Dead Floyd honors legacies of Grateful Dead and Pink Floyd
Back in 1967, both The Grateful Dead and Pink Floyd released their first albums. The Grateful Dead’s self-titled album dropped in March, and Floyd’s “Piper at the Gates of Dawn” dropped a few months later. Both records are an apt reflection of what indie rock was during that time, and the majority of both records’ songs clocked in at about three minutes long, with a few longer tunes thrown in to foreshadow the route their music would later take.
Both bands have also become an essential part of the classic rock canon, so much so that they’ve inspired loads of tribute and cover bands, including Dead Floyd, a Fort Collins-based band that digs into both bands’ vast catalogs.
Members of Dead Floyd came together roughly nine years ago for what was supposed to be a one-off classic rock show, or what drummer Stu Crair describes as a “Monsters of Rock” style performance. When guitar player Charlie Humphreys revealed he was more than a casual fan of the Grateful Dead and had musical knowledge of nearly every song, bass player Josh Miller revealed the same musical fanaticism about Pink Floyd in return, and the two figured they were onto something. Combine that with two sold out shows, and the collab became much more than a one-off concert.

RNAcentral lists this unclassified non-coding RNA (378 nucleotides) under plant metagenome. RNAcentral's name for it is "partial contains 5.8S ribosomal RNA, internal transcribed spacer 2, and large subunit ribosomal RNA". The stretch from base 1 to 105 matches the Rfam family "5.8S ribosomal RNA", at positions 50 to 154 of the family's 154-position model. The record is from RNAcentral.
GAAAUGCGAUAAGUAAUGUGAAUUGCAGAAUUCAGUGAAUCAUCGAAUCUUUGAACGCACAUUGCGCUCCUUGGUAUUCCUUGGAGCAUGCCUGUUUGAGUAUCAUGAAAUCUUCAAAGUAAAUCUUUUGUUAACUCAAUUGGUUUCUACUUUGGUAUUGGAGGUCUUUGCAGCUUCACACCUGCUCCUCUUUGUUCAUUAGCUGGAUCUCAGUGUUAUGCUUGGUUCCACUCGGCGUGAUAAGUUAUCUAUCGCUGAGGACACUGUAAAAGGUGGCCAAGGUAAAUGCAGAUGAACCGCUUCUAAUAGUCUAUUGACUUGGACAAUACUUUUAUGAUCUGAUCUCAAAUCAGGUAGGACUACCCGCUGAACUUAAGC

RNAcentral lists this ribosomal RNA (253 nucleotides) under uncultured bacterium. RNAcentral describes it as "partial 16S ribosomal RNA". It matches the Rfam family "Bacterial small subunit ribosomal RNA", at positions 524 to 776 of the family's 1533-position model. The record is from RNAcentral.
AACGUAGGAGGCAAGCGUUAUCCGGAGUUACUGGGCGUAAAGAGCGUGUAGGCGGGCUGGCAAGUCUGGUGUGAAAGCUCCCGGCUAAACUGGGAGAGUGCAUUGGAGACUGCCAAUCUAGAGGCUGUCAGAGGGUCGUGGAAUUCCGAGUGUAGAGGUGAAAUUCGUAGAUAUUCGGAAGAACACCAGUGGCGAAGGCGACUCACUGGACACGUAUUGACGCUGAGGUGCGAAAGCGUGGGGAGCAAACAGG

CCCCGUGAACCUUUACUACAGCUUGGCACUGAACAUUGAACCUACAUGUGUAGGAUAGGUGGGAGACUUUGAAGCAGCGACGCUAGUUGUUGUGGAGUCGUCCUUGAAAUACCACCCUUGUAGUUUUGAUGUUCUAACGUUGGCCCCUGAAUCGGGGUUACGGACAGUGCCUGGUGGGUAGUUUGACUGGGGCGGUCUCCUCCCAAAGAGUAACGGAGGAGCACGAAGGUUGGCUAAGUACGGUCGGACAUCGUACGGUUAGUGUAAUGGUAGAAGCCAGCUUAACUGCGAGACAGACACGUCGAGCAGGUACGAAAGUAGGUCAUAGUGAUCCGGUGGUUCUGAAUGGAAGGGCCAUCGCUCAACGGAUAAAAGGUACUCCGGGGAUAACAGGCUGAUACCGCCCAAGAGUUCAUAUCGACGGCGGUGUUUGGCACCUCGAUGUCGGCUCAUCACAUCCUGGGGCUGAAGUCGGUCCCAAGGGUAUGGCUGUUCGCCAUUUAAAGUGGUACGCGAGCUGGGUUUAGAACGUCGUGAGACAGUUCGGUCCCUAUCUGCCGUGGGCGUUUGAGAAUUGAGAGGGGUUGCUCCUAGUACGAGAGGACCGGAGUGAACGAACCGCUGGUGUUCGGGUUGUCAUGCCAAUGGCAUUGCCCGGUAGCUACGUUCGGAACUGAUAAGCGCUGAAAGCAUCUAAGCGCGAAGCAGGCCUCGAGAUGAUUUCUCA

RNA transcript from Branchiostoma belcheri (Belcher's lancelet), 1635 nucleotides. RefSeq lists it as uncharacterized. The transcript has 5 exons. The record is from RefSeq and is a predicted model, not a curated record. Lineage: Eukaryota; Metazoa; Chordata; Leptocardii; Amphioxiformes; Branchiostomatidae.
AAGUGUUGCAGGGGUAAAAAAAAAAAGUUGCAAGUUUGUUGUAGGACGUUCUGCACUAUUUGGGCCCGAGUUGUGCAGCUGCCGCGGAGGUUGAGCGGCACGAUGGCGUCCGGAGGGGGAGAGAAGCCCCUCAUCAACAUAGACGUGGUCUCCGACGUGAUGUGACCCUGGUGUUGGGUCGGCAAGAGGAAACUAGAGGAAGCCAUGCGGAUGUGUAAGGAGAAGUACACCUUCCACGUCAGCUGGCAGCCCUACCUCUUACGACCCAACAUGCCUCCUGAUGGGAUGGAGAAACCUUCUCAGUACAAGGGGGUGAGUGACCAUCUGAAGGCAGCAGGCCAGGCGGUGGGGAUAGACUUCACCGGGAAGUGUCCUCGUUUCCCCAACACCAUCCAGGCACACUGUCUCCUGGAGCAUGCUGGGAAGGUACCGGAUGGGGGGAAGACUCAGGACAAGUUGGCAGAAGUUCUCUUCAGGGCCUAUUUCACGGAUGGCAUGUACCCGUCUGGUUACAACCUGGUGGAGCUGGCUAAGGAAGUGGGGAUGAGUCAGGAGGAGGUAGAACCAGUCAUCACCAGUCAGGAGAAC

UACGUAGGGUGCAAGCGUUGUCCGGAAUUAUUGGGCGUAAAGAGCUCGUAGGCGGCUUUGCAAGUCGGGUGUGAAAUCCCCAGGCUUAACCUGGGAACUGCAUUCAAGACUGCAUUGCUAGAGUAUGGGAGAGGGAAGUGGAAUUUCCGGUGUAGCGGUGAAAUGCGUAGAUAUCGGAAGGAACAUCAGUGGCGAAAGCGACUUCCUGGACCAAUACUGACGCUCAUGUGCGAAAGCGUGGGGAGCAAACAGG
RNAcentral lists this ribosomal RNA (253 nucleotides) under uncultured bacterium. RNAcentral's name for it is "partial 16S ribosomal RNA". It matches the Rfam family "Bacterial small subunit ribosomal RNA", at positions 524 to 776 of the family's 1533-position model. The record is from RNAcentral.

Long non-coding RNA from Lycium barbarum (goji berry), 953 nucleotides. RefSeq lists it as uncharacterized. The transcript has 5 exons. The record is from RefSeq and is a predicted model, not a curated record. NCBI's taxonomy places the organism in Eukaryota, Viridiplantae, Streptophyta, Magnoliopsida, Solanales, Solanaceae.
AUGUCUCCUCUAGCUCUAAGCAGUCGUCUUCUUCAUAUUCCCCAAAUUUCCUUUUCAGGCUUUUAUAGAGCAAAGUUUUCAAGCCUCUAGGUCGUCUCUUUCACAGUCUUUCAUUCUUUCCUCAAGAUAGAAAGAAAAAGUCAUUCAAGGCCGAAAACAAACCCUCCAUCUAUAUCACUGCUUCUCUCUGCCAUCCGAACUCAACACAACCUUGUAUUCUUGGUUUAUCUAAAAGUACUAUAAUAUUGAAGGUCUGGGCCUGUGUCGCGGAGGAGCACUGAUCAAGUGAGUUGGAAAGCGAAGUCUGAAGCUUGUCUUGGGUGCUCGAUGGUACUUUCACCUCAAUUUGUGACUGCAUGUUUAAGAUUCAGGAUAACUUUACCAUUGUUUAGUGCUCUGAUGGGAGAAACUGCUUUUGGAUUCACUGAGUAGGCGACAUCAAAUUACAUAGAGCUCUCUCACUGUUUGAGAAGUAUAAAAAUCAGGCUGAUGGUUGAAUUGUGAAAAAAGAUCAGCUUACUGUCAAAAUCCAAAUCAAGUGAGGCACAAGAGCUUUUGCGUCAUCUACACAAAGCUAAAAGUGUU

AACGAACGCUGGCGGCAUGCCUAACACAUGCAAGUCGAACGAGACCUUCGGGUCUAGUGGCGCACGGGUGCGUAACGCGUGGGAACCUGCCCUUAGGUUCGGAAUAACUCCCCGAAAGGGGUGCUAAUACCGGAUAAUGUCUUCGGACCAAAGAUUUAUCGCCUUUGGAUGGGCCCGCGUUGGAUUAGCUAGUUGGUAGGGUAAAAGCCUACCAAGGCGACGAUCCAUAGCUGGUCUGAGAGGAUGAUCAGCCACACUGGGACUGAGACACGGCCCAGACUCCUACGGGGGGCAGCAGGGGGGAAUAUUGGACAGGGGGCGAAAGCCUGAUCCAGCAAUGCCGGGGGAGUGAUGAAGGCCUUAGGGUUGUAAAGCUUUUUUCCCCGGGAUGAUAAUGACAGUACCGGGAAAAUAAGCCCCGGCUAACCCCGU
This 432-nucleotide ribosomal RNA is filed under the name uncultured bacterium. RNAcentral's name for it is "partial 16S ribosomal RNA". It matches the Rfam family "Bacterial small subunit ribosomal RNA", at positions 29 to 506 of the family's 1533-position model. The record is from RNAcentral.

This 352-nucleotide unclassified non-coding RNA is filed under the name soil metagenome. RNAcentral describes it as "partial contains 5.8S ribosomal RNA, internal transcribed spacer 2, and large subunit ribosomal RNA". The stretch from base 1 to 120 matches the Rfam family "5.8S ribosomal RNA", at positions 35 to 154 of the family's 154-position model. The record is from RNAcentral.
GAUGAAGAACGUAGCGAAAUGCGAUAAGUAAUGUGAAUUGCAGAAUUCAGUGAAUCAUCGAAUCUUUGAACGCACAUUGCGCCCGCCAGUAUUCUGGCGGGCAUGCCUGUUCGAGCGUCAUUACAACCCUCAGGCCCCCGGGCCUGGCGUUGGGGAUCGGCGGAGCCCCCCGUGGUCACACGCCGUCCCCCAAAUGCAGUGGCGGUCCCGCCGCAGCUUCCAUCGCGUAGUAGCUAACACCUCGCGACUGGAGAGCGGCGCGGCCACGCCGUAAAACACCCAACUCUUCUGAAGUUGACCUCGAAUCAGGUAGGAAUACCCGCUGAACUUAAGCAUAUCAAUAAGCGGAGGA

“We did a one night only thing in a small venue in Fort Collins and it sold out. Line down the street, crazy response, and then we did it again, and it sold out again at the Aggie Theatre,” said Crair. “That was nine years ago, and I never intended to be in a cover band. I’ve always played original music. But it kind of became fun to write set lists that are a crazy mix of two bands I personally love, and everyone in the band does. It kept evolving from there into something bigger and more fun.”
Both Pink Floyd and the Grateful Dead were on the same trajectory at the same time. Club shows and shorter songs started giving way to long psychedelic jams, bigger audiences, and larger venues. Dead Floyd, while very much a cover band, also wants to put their own stamp on what they do.
“The main thing we try to apply, and still to this day, we don’t want it to be like a tape recorder,” Crair said. “The live show should be a unique show every time, and it should be very much in the moment. We absolutely want to do the songs justice. There are certain things I think are undeniable, but sometimes the tempos, the feel, arrangements of a song, we’ll definitely mess with a little bit to fit what we’re trying to do.”
One may wonder about the fandom, and if there is any monotony in playing “Bertha” or “Comfortably Numb” night after night.
“The answer is absolutely not,” said Crair. “I just listen to it differently than we ever did before. A song pops on that we play often, and I’ll say, ‘I haven’t listened to this song in years,’ even though we’ve been playing it for years, and there’s all kinds of cool little things we can incorporate into the show. So it keeps my fandom at an all-time high, because I appreciate it more than most. I’m studying it as much as I’m listening to it to say, ‘How can we do this better or different?’”
Dead Floyd will return to Durango tomorrow (November 9) at the Animas City Theatre.
Bryant Liggett is a freelance writer and KDUR station manager. firstname.lastname@example.org.